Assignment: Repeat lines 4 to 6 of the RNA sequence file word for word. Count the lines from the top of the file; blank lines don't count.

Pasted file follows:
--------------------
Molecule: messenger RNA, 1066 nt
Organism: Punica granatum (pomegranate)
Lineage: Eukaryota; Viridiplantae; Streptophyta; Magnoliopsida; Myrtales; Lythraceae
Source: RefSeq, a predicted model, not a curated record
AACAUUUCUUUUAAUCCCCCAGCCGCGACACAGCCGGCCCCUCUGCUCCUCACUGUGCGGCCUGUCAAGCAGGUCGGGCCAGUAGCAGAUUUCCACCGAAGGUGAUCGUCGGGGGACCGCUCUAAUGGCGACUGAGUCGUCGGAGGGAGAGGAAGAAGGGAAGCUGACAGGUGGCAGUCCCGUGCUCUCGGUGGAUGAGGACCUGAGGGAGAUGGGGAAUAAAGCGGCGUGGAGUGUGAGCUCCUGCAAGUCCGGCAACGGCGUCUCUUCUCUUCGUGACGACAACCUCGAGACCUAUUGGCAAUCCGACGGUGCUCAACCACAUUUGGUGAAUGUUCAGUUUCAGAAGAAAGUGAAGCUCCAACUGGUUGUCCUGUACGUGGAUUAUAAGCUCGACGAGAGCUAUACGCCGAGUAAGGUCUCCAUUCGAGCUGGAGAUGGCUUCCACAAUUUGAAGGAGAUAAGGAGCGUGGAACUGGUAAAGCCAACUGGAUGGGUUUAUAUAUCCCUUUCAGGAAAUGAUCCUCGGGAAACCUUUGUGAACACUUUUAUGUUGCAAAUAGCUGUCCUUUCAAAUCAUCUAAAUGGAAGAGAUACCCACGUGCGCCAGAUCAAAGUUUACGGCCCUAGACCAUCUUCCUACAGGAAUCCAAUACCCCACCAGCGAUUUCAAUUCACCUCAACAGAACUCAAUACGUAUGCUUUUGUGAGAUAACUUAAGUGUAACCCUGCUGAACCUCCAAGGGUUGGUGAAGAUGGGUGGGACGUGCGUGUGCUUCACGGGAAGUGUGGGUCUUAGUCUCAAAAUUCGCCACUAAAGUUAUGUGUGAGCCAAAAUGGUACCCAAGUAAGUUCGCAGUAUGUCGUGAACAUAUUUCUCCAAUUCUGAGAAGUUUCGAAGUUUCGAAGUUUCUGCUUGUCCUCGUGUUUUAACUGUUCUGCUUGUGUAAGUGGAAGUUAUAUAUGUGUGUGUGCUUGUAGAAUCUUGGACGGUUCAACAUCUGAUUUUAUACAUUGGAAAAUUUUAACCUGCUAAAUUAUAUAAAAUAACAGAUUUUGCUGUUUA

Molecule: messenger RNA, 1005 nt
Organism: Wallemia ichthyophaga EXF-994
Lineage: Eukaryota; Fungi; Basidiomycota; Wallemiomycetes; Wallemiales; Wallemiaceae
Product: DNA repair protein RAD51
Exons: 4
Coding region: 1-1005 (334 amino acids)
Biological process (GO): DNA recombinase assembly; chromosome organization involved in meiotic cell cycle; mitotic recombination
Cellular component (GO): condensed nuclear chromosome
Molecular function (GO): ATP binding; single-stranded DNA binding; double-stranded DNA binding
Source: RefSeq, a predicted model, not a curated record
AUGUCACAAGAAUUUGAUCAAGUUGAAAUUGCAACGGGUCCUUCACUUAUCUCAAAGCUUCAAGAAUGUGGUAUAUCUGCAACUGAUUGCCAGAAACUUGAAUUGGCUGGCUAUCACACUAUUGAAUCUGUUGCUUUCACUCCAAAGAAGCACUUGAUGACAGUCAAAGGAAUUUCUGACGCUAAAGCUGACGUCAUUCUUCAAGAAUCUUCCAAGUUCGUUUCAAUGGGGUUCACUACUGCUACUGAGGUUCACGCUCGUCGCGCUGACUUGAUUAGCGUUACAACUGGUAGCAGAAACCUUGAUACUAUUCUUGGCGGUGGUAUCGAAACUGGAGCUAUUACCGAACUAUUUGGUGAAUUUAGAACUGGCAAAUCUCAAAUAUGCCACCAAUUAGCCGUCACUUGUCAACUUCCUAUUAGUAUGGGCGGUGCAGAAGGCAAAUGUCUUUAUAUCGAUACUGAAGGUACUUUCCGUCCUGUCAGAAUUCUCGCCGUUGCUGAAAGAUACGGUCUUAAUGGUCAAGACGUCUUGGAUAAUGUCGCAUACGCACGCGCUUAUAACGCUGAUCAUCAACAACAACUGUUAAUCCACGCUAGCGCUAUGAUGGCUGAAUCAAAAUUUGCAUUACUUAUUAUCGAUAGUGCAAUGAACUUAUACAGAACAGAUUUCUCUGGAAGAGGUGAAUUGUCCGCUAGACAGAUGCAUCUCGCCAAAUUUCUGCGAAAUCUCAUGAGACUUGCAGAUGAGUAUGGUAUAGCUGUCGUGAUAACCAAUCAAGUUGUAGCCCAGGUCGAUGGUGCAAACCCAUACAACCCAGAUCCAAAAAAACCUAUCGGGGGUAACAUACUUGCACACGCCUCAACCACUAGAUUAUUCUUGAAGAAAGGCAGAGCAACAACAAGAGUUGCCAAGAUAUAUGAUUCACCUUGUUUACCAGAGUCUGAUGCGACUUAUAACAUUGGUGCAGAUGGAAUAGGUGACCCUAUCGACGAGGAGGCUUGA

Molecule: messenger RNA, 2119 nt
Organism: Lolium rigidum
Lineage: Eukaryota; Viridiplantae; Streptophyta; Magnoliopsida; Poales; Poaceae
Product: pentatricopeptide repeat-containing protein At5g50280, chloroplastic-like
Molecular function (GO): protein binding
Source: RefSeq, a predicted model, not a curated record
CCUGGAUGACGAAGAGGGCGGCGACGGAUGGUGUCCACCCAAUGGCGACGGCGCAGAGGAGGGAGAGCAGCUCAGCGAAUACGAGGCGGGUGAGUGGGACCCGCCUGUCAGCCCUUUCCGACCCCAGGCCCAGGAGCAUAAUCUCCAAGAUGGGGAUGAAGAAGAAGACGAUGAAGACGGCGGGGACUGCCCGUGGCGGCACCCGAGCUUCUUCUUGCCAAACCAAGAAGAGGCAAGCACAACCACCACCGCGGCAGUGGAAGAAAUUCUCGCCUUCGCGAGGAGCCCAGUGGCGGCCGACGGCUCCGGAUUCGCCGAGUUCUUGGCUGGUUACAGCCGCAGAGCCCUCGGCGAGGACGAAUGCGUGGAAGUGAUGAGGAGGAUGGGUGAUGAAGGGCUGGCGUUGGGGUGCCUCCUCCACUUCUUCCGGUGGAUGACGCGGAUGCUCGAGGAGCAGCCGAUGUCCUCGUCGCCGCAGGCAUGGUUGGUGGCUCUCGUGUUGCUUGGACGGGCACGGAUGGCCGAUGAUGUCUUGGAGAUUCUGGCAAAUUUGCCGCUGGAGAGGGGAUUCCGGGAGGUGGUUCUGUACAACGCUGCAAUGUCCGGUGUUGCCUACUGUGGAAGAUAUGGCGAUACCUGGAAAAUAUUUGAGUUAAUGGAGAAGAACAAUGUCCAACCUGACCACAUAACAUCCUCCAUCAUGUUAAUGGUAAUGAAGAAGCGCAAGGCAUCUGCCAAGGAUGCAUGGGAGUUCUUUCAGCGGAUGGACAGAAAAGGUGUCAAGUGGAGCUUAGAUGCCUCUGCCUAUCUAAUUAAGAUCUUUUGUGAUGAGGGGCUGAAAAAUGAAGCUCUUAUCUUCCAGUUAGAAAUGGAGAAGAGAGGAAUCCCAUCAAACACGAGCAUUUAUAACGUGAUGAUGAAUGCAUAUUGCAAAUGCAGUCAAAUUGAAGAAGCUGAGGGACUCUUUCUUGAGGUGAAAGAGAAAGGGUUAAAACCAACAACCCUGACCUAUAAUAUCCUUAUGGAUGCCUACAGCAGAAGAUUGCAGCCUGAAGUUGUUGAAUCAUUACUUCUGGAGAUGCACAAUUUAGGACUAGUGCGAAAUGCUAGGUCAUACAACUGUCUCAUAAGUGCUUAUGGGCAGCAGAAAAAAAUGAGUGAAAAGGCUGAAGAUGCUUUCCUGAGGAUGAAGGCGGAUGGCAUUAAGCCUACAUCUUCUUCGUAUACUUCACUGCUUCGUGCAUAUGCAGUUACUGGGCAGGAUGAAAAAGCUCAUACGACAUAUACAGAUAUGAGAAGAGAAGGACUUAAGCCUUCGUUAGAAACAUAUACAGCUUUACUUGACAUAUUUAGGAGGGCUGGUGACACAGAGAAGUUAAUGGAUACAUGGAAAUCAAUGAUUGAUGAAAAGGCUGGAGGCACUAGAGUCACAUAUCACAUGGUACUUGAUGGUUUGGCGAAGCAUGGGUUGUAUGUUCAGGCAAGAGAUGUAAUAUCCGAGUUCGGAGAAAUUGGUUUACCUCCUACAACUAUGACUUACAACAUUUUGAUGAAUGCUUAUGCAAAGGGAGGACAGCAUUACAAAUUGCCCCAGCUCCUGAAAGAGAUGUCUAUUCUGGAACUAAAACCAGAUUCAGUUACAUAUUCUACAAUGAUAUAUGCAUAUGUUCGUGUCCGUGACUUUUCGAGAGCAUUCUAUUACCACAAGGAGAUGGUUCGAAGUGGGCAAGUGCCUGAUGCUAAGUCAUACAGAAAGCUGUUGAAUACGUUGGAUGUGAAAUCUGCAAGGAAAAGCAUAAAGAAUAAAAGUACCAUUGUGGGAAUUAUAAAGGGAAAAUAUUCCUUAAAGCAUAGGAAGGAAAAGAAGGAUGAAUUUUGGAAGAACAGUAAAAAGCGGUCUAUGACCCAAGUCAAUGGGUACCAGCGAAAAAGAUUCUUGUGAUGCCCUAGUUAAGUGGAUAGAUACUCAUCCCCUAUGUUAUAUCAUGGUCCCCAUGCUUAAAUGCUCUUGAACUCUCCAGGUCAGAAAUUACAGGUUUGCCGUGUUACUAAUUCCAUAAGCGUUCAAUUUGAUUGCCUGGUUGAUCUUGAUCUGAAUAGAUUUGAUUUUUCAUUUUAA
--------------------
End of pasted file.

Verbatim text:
Source: RefSeq, a predicted model, not a curated record
AACAUUUCUUUUAAUCCCCCAGCCGCGACACAGCCGGCCCCUCUGCUCCUCACUGUGCGGCCUGUCAAGCAGGUCGGGCCAGUAGCAGAUUUCCACCGAAGGUGAUCGUCGGGGGACCGCUCUAAUGGCGACUGAGUCGUCGGAGGGAGAGGAAGAAGGGAAGCUGACAGGUGGCAGUCCCGUGCUCUCGGUGGAUGAGGACCUGAGGGAGAUGGGGAAUAAAGCGGCGUGGAGUGUGAGCUCCUGCAAGUCCGGCAACGGCGUCUCUUCUCUUCGUGACGACAACCUCGAGACCUAUUGGCAAUCCGACGGUGCUCAACCACAUUUGGUGAAUGUUCAGUUUCAGAAGAAAGUGAAGCUCCAACUGGUUGUCCUGUACGUGGAUUAUAAGCUCGACGAGAGCUAUACGCCGAGUAAGGUCUCCAUUCGAGCUGGAGAUGGCUUCCACAAUUUGAAGGAGAUAAGGAGCGUGGAACUGGUAAAGCCAACUGGAUGGGUUUAUAUAUCCCUUUCAGGAAAUGAUCCUCGGGAAACCUUUGUGAACACUUUUAUGUUGCAAAUAGCUGUCCUUUCAAAUCAUCUAAAUGGAAGAGAUACCCACGUGCGCCAGAUCAAAGUUUACGGCCCUAGACCAUCUUCCUACAGGAAUCCAAUACCCCACCAGCGAUUUCAAUUCACCUCAACAGAACUCAAUACGUAUGCUUUUGUGAGAUAACUUAAGUGUAACCCUGCUGAACCUCCAAGGGUUGGUGAAGAUGGGUGGGACGUGCGUGUGCUUCACGGGAAGUGUGGGUCUUAGUCUCAAAAUUCGCCACUAAAGUUAUGUGUGAGCCAAAAUGGUACCCAAGUAAGUUCGCAGUAUGUCGUGAACAUAUUUCUCCAAUUCUGAGAAGUUUCGAAGUUUCGAAGUUUCUGCUUGUCCUCGUGUUUUAACUGUUCUGCUUGUGUAAGUGGAAGUUAUAUAUGUGUGUGUGCUUGUAGAAUCUUGGACGGUUCAACAUCUGAUUUUAUACAUUGGAAAAUUUUAACCUGCUAAAUUAUAUAAAAUAACAGAUUUUGCUGUUUA

Molecule: messenger RNA, 1005 nt